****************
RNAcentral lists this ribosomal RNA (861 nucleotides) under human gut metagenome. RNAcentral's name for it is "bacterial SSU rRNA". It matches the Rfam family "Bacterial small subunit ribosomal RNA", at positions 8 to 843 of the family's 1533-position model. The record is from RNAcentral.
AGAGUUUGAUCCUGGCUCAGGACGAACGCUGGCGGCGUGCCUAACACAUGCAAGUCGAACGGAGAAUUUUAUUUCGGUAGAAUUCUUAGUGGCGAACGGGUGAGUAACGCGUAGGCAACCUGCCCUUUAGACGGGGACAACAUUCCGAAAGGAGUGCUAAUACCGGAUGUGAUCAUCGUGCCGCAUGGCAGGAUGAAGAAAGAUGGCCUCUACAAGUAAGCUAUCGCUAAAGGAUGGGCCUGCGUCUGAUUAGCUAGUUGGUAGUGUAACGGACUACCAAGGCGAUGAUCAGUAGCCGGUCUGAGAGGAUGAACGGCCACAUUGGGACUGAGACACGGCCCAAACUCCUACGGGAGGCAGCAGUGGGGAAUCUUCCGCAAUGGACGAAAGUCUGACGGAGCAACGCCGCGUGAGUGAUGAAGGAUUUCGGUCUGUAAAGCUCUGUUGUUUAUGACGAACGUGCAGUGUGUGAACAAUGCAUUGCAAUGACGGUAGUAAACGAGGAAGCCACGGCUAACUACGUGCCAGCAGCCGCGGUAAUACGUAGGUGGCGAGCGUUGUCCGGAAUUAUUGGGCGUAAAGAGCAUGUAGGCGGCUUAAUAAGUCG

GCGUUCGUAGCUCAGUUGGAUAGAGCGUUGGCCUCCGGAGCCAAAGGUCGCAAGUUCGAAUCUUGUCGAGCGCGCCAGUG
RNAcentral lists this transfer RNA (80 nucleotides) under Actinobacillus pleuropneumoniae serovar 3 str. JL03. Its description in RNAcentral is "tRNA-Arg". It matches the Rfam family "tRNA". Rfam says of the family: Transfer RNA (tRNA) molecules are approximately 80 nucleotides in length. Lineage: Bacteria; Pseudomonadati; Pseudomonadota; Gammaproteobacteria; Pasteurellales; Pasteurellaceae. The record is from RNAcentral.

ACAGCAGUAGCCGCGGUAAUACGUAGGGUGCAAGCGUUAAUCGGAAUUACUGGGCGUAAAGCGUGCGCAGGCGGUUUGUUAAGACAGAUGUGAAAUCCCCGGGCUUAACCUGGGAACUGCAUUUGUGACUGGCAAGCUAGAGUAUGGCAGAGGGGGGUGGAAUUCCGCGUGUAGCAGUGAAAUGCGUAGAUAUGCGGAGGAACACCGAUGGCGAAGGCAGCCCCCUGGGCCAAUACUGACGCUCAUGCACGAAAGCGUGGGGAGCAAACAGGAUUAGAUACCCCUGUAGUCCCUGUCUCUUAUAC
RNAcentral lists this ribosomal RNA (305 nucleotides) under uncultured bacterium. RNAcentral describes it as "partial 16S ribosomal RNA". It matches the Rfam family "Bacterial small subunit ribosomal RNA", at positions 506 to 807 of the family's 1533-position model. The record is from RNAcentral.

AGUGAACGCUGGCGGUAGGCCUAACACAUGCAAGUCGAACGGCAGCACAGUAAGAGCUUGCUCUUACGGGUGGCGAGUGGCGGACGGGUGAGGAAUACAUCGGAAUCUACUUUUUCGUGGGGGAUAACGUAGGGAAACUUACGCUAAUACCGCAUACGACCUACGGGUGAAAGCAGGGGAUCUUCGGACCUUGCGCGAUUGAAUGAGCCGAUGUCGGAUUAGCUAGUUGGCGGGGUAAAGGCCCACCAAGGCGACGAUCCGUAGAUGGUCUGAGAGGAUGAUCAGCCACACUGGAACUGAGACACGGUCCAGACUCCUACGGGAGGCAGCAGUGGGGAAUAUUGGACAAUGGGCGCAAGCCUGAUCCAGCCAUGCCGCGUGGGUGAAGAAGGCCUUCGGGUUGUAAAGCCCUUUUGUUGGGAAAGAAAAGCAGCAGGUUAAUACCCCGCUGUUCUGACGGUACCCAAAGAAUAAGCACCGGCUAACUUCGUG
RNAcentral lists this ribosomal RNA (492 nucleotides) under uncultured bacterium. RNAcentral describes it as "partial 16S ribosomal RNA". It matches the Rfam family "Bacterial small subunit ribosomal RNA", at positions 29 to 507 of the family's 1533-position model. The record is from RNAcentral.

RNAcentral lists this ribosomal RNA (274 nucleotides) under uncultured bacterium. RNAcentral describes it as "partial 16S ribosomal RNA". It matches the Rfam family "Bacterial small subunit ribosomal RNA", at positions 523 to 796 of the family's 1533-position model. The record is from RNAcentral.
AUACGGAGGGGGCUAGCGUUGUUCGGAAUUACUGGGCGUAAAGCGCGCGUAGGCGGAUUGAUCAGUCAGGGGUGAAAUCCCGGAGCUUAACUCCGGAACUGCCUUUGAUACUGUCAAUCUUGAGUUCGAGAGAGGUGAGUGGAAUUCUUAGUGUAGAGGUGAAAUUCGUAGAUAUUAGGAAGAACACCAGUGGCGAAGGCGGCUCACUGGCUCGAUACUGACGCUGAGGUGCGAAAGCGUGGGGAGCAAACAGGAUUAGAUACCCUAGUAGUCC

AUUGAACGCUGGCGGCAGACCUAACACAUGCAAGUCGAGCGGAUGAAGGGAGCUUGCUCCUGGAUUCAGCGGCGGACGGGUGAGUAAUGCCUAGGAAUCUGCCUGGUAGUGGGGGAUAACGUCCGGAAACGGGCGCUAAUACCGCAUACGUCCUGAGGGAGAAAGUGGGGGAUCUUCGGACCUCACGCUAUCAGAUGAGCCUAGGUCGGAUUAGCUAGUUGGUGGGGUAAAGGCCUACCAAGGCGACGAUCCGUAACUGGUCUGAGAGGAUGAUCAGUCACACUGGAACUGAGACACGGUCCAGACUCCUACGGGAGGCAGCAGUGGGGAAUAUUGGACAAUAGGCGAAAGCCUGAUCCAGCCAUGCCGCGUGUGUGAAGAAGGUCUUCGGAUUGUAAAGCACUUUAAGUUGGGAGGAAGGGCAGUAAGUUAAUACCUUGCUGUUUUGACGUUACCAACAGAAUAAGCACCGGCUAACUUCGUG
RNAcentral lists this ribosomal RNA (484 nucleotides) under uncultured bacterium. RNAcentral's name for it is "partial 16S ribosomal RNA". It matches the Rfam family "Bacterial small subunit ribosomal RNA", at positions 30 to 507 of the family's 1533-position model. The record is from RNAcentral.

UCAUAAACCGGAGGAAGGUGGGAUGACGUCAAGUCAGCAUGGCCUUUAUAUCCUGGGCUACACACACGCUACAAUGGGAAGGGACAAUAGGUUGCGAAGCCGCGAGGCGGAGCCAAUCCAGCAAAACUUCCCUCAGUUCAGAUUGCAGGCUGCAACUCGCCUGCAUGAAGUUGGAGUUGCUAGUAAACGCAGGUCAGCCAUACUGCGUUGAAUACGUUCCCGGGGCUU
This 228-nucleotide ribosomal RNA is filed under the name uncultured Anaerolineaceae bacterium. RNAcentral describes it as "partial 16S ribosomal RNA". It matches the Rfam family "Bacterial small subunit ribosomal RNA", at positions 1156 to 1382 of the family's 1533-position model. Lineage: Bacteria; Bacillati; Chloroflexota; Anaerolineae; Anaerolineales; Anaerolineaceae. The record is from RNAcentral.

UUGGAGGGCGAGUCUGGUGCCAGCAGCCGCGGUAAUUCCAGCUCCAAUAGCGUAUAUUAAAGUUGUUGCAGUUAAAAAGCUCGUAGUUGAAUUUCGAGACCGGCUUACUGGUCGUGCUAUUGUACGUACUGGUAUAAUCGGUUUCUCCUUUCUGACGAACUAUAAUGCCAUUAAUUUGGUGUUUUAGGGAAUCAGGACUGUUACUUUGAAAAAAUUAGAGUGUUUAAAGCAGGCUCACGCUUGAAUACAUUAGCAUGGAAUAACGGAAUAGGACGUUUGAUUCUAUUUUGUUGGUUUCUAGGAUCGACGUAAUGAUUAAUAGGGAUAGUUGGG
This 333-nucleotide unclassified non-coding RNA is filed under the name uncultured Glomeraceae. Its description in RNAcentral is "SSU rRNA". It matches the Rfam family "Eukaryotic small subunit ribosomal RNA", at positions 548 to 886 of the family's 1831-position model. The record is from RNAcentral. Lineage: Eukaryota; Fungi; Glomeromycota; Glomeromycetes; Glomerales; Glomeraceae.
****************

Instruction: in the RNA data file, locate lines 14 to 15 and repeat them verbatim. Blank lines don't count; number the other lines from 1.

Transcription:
This 228-nucleotide ribosomal RNA is filed under the name uncultured Anaerolineaceae bacterium. RNAcentral describes it as "partial 16S ribosomal RNA". It matches the Rfam family "Bacterial small subunit ribosomal RNA", at positions 1156 to 1382 of the family's 1533-position model. Lineage: Bacteria; Bacillati; Chloroflexota; Anaerolineae; Anaerolineales; Anaerolineaceae. The record is from RNAcentral.

UUGGAGGGCGAGUCUGGUGCCAGCAGCCGCGGUAAUUCCAGCUCCAAUAGCGUAUAUUAAAGUUGUUGCAGUUAAAAAGCUCGUAGUUGAAUUUCGAGACCGGCUUACUGGUCGUGCUAUUGUACGUACUGGUAUAAUCGGUUUCUCCUUUCUGACGAACUAUAAUGCCAUUAAUUUGGUGUUUUAGGGAAUCAGGACUGUUACUUUGAAAAAAUUAGAGUGUUUAAAGCAGGCUCACGCUUGAAUACAUUAGCAUGGAAUAACGGAAUAGGACGUUUGAUUCUAUUUUGUUGGUUUCUAGGAUCGACGUAAUGAUUAAUAGGGAUAGUUGGG